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Horizontal and Vertical Domain enumeration

When performing any security assessment, domain names are a vital element of the reconnaissance phase – mapping the attack surface management. With that in mind, we’ll take an in-depth look into how domains can be identified, classified, and analyzed to reveal cybersecurity threats.

What is a domain name?

A domain name is a label for your IP address on the Internet — essentially, a short link specifically associated with the IP address.

Domains essentially have two major parts - a hostname or subdomain (the leftmost part, such as “www” or “mail”) and the domain name itself (such as “domain.com”)

In that context, domain names are analyzed from two perspectives: vertical and horizontal.

Vertical domain enumeration can be described as the process of using one domain name and finding all its subdomains and hosts (sometimes also referred to as “subdomain enumeration”)

On the other hand, horizontal domain enumeration is the process of locating other domain names that have disparate second-level domains but are related to one entity.

This part of a security assessment aims to map out all the domains and subdomains that a company owns, so they may be further probed to find various vulnerabilities and exposures.

Discovering the IP address space

One of the first steps is to discover the “IP space,” — which may either include one or more Autonomous System Numbers (ASN) or may be limited to a specific smaller IP range. Huge organizations with lots of domains — like Tesla, Apple, or Github — occupy enough connected IP addresses to have their own IP space. If you want to find an organization’s ASN, websites such as bgp.he.net may be highly useful.

Finding related domains/acquisitions

In domain enumeration, you also need to enumerate all acquisitions and related domains. Several tools and platforms can help you with this task:

Crunchbase and Wikipedia are both websites which can provide you with invaluable information about mergers and acquisitions, and from there you may subsequently find more domains to add to your list. Another good website to query for Associated domains is viewdns.info – viewdns allows you to perform various Domain-related queries such as reveres WHOIS or reverse NS which can help you find more domains owned and registered by a certain company.

Favicon hashing

When you visit a website in practically every browser available today, you’ll see a small image on the left side of the tab.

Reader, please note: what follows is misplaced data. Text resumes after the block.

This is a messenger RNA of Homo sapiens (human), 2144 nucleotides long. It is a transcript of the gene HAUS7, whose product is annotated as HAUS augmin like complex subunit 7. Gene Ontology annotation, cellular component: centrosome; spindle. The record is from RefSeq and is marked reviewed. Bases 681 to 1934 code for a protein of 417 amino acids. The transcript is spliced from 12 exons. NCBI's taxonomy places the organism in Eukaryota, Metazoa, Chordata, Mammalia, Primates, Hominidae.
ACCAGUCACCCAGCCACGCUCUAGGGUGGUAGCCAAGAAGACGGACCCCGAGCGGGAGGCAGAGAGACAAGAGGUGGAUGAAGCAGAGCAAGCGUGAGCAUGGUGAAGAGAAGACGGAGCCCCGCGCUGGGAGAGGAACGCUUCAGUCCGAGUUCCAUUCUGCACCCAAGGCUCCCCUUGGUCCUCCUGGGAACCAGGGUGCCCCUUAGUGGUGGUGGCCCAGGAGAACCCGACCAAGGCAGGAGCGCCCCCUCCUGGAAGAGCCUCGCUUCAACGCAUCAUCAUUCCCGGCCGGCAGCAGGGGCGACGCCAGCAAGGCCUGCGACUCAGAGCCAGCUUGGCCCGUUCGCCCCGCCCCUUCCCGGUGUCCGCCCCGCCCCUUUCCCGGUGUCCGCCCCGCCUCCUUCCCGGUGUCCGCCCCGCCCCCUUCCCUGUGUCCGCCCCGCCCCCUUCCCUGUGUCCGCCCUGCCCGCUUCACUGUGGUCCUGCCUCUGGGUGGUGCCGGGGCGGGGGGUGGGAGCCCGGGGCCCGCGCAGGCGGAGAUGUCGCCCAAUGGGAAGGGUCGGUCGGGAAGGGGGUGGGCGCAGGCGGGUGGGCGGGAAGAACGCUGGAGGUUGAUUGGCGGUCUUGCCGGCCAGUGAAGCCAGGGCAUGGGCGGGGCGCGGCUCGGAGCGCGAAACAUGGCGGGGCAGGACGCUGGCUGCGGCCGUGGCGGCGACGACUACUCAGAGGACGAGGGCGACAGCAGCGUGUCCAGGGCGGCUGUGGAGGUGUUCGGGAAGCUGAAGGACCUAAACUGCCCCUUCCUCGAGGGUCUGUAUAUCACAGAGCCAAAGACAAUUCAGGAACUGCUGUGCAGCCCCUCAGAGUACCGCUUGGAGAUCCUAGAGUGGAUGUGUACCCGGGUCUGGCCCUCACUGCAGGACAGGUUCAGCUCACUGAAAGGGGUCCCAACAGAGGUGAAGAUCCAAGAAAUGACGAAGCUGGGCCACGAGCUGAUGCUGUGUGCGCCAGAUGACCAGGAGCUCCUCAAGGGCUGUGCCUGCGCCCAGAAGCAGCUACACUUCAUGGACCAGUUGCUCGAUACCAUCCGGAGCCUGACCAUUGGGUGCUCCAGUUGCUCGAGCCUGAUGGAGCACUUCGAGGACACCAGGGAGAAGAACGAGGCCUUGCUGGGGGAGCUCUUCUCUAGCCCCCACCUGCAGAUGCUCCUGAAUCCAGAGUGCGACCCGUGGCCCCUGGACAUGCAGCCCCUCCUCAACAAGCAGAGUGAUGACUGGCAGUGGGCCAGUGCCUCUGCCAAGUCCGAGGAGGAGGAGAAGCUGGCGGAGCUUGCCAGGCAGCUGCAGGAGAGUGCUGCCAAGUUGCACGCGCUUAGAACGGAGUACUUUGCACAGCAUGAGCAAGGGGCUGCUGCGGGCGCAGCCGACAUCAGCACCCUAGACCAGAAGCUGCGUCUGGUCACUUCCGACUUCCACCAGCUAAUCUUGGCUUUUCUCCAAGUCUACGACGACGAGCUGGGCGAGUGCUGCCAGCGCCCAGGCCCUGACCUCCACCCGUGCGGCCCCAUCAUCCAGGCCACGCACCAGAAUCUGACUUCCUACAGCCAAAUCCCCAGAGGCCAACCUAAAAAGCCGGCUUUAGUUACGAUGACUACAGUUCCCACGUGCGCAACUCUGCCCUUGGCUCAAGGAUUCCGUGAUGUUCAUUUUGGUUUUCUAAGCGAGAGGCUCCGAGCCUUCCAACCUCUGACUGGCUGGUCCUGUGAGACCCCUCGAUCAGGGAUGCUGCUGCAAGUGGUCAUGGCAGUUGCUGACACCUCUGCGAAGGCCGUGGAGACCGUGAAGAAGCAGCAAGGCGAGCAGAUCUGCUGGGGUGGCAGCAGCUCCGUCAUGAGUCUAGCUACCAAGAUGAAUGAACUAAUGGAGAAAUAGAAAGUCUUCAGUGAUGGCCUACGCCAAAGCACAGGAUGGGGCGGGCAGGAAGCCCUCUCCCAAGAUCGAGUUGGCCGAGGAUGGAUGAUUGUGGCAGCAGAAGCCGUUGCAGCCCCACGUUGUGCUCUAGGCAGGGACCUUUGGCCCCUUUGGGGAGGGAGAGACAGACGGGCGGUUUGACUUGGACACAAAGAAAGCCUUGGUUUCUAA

This icon is known as a favicon. By calculating the hash of a site's favicon and submitting it in a search query in tools such as Shodan.io, one can find more domains that have the same favicon and could potentially be owned by the same company.

Subdomain brute forcing

Sometimes, passive DNS data simply doesn’t provide us with all of the subdomains associated with an entity — which is a problem if your goal is to perform all-encompassing vertical domain enumeration. Plus, there could also be newer subdomains — new enough that they still haven’t been spotted by Internet crawlers.

In these scenarios, subdomain brute-forcing can be beneficial. In this process, a large list that contains common subdomain names is used, and by appending the target domain to them and sending an HTTP request, new subdomains can be discovered.

Reverse DNS sweeping

When an ordinary user tries to reach a domain name through their browser, a regular DNS lookup happens. In that process, the domain name is matched to the appropriate IP address.

A reverse DNS sweep is, as it sounds, the opposite of that process — it begins with an IP address and finds the domain name. Once you already know the IP space of your entity, you can reverse query all the IP addresses and locate the valid domains.

This is done through tools such as virus total or dnsx, in which one may query an IP address’ PTR record and identify associated domain names.

Wrapping Up

Even though this is by no means a comprehensive list, it should give you a better understanding of the reasoning behind performing domain enumerations – a sound beginning in order to understand a company’s attack surface. For small companies or one-time assessments using a manual approach and open-source tools may suffice. However, once the assessments get bigger or more frequent, we highly recommend having a look at the Rescana platform which streamlines and automates the process of performing these tasks.

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